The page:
28. Bartlett, Robert (2001). "Introduction: Perspectives on the Medieval World", in Medieval Panorama. ISBN 0-89236-642-7. "Disdain about the medieval past was especially forthright amongst the critical and rationalist thinkers of the Enlightenment. For them the Middle Ages epitomized the barbaric, priest-ridden world they were attempting to transform."
  29. Gibbon, Edward (1788). The History of the Decline and Fall of the Roman Empire, Vol. 6, Ch. XXXVII, paragraph 619.
  30. Alexander, Michael (2007). Medievalism: The Middle Ages in Modern England. Yale University Press.
  31. Chandler, Alice K. (1971). A Dream of Order: The Medieval Ideal in Nineteenth-Century English Literature. University of Nebraska Press, p. 4.
  32. Barber, John (2008). The Road from Eden: Studies in Christianity and Culture. Palo Alto, CA: Academica Press, p. 148, fn 3.
  33. Hay, Denys (1977). Annalists and Historians. London: Methuen, p. 50.
  34. Dunphy, Graeme (2007). "Literary Transitions, 1300–1500: From Late Mediaeval to Early Modern" in: The Camden House History of German Literature vol IV: "Early Modern German Literature". The chapter opens with the words: "A popular if uninformed manner of speaking refers to the medieval period as "the dark ages." If there is a dark age in the literary history of Germany, however, it is the one that follows: the fourteenth and early fifteenth centuries, the time between the Middle High German Blütezeit and the full blossoming of the Renaissance. it may be called a dark age, not because literary production waned in these decades, but because nineteenth-century aesthetics and twentieth-century university curricula allowed the achievements of that time to fade into obscurity."
  35. 'Digital Dark Age' May Doom Some Data, Science Daily, October 29, 2008.
  36. Lemerle, Paul (1986). Byzantine Humanism, translated by Helen Lindsay and Ann Moffat. Canberra, pp. 81–82.
  37. Whitby, Michael (1992). "Greek historical writing after Procopius" in Byzantine and Early Islamic Near East, ed. Averil Cameron and Lawrence I. Conrad, Princeton, pp. 25–80.
  38. Lemerle, Paul (1986). Byzantine Humanism, translated by Helen Lindsay and Ann Moffat. Canberra, p. 81-84.
  39. Project: Exploring the Early Holocene Occupation of North-Central Anatolia: New Approaches for Studying Archaeological Dark Ages Period of Project: 09/2007-09/2011
  40. Cannon, John and Griffiths, Ralph (2000). The Oxford Illustrated History of the British Monarchy (Oxford Illustrated Histories), 2nd Revised edition. Oxford, England: Oxford University Press, p. 1. The first chapter opens with the sentence: "In the darkest of the Dark Ages, the fifth and sixth centuries, there were many kings in Britain but no kingdoms."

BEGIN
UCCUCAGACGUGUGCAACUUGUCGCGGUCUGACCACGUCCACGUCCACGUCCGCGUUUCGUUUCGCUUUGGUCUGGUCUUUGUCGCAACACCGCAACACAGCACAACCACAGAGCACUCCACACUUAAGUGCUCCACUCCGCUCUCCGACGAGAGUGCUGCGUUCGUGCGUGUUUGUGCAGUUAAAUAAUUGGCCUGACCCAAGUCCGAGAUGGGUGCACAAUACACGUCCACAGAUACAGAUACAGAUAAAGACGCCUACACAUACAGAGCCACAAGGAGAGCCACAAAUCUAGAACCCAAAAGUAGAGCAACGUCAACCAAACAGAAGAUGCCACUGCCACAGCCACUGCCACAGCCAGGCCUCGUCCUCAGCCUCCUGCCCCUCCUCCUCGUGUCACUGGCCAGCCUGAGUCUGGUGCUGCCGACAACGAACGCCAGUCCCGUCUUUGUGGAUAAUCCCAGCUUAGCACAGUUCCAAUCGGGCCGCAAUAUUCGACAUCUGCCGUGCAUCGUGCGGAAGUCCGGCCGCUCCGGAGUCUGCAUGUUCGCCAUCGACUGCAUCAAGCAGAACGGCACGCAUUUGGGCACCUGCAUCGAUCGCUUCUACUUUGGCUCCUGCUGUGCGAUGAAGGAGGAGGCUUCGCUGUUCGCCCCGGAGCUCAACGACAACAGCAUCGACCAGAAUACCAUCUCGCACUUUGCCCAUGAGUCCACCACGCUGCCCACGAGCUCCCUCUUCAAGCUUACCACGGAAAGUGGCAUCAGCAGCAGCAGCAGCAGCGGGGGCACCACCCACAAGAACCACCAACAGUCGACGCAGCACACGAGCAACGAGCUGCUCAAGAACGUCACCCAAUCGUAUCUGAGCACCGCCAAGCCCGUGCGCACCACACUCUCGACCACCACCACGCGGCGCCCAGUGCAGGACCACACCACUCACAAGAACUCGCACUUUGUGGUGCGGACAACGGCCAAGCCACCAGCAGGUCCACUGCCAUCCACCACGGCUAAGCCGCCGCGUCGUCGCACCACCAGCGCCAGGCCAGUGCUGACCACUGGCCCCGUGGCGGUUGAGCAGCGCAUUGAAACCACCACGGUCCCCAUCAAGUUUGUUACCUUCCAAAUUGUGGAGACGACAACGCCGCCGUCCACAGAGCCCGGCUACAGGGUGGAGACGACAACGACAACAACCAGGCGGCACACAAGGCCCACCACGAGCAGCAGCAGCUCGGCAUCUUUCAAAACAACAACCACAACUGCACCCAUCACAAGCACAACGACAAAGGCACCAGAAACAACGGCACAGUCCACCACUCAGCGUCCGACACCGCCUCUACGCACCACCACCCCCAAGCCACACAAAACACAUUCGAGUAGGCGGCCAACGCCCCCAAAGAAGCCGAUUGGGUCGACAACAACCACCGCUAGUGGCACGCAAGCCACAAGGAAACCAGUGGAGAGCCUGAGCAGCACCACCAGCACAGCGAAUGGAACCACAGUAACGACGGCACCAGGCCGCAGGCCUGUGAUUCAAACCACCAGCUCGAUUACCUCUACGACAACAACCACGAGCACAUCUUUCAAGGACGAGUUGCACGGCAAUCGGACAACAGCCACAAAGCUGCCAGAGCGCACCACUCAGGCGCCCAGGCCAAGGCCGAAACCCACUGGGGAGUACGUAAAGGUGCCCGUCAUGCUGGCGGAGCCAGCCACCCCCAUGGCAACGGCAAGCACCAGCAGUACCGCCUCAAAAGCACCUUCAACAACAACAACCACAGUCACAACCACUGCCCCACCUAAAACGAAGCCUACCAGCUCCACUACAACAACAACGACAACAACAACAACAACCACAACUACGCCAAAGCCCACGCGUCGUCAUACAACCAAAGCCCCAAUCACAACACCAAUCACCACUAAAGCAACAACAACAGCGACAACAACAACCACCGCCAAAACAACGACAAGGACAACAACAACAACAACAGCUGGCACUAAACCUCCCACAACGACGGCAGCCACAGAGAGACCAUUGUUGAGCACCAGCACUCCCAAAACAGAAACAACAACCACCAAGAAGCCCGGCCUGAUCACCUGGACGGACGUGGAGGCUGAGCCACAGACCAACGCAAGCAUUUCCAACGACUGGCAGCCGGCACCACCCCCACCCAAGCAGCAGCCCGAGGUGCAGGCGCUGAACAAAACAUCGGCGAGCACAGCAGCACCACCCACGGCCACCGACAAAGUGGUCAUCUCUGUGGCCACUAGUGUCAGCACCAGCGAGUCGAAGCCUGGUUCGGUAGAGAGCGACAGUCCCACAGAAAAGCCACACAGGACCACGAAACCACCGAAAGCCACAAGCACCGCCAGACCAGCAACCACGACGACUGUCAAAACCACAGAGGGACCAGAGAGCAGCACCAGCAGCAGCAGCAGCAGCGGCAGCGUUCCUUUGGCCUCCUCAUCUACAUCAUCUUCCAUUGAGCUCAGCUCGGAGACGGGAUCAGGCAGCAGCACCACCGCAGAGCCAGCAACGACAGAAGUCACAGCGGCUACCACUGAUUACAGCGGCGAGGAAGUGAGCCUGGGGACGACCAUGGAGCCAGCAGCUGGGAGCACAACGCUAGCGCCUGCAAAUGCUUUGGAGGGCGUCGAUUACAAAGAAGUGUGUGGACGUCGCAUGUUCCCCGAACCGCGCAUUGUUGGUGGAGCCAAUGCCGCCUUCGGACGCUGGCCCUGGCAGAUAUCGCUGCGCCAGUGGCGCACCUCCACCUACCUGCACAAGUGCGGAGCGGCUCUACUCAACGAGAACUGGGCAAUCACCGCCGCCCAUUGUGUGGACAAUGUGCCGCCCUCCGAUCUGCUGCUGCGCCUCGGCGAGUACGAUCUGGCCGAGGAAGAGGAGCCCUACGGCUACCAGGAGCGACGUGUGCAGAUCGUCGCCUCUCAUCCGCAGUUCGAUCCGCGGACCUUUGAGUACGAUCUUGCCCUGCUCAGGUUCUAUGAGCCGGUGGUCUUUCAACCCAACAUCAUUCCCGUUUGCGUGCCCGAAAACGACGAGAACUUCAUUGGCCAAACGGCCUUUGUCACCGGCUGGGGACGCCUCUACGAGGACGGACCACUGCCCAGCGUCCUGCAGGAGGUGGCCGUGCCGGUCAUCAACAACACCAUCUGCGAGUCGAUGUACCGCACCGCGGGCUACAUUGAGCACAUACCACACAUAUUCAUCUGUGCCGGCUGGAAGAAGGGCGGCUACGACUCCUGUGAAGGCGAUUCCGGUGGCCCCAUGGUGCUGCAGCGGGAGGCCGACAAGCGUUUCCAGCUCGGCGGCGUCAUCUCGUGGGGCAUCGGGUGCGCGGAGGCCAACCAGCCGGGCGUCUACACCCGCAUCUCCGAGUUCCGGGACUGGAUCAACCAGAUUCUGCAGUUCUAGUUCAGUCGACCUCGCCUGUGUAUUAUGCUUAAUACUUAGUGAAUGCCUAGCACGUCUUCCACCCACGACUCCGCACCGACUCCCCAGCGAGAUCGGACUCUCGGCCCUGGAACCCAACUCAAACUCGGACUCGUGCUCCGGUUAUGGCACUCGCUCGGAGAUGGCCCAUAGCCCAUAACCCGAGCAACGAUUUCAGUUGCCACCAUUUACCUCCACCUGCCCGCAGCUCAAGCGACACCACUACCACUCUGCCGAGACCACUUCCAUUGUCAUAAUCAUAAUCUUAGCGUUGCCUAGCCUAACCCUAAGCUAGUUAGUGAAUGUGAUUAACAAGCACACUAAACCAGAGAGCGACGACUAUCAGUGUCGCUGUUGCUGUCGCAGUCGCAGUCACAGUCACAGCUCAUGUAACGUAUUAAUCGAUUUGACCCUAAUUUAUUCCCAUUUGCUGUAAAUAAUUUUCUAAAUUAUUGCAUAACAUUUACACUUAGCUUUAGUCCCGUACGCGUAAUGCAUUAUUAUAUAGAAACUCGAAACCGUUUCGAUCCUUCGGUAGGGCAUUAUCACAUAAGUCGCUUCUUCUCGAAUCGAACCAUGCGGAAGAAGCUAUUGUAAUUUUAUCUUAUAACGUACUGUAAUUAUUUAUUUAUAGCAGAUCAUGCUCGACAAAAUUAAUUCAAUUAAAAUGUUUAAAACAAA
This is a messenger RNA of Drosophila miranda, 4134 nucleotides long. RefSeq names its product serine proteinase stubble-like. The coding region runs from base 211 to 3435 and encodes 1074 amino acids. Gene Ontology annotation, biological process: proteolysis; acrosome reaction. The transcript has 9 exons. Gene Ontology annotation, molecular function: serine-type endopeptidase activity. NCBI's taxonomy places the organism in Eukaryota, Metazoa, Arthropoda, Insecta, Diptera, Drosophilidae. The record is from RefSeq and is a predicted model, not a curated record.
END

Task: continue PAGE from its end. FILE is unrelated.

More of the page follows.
41. Welch, Martin (1993). Discovering Anglo-Saxon England. University Park, PA: Penn State Press.
  42. Encyclopædia Britannica "It is now rarely used by historians because of the value judgment it implies. Though sometimes taken to derive its meaning from the fact that little was then known about the period, the term's more usual and pejorative sense is of a period of intellectual darkness and barbarity."
  43. David C. Lindberg, "The Medieval Church Encounters the Classical Tradition: Saint Augustine, Roger Bacon, and the Handmaiden Metaphor", in David C. Lindberg and Ronald L. Numbers, ed. When Science & Christianity Meet, (Chicago: University of Chicago Pr., 2003), p.8
  44. Edward Grant. God and Reason in the Middle Ages, Cambridge 2001, p. 9.
  45. quoted in the essay of Ted Peters about Science and Religion at "Lindsay Jones (editor in chief). Encyclopedia of Religion, Second Edition. Thomson Gale. 2005. p.8182"
  46. Lindberg, D. (1992) The Beginnings of Western Science Chicago. University of Chicago Press. p.204.
  47. Historian Jeffrey Burton Russell, in his book Inventing the Flat Earth "... shows how nineteenth-century anti-Christians invented and spread the falsehood that educated people in the Middle Ages believed that the earth was flat" Russell's summary of his book
  48. 1 2 Russell, Jeffey Burton (1991). Inventing the Flat EarthColumbus and Modern Historians. Westport, CT: Praeger. pp. 4958. ISBN 0-275-95904-X.
  49. A recent study of medieval concepts of the sphericity of the Earth notes that "since the eighth century, no cosmographer worthy of note has called into question the sphericity of the Earth." Klaus Anselm Vogel, "Sphaera terrae - das mittelalterliche Bild der Erde und die kosmographische Revolution", PhD dissertation, Georg-August-Universität Göttingen, 1995, p. 19
  50. E. Grant, Planets. Stars, & Orbs: The Medieval Cosmos, 1200-1687, (Cambridge: Cambridge Univ. Pr., 1994), pp. 626-630.
  51. Lindberg, David C.; Numbers, Ronald L. (1986). "Beyond War and Peace: A Reappraisal of the Encounter between Christianity and Science". Church History. Cambridge University Press. 55 (3): 338–354. doi:10.2307/3166822. JSTOR 3166822.
  52. Ronald Numbers (Lecturer) (May 11, 2006). Myths and Truths in Science and Religion: A historical perspective (Video Lecture). University of Cambridge (Howard Building, Downing College): The Faraday Institute for Science and Religion.
  53. 1 2 P Prioreschi, Determinants of the revival of dissection of the human body in the Middle Ages', Medical Hypotheses (2001) 56(2), 229–234)
  54. 'In the 13th century, the realisation that human anatomy could best be taught by dissection of the human body resulted in its legalisation of publicly dissecting criminals in some European countries between 1283 and 1365' - this was, however, still contrary to the edicts of the Church. Philip Cheung 'Public Trust in Medical Research?.', (2007), page 36
  55. 'Indeed, very early in the thirteenth century, a religious official, namely, Pope Innocent III (1198-1216), ordered the postmortem autopsy of a person whose death was suspicious', Toby Huff, 'The Rise Of Modern Science' (2003), page 195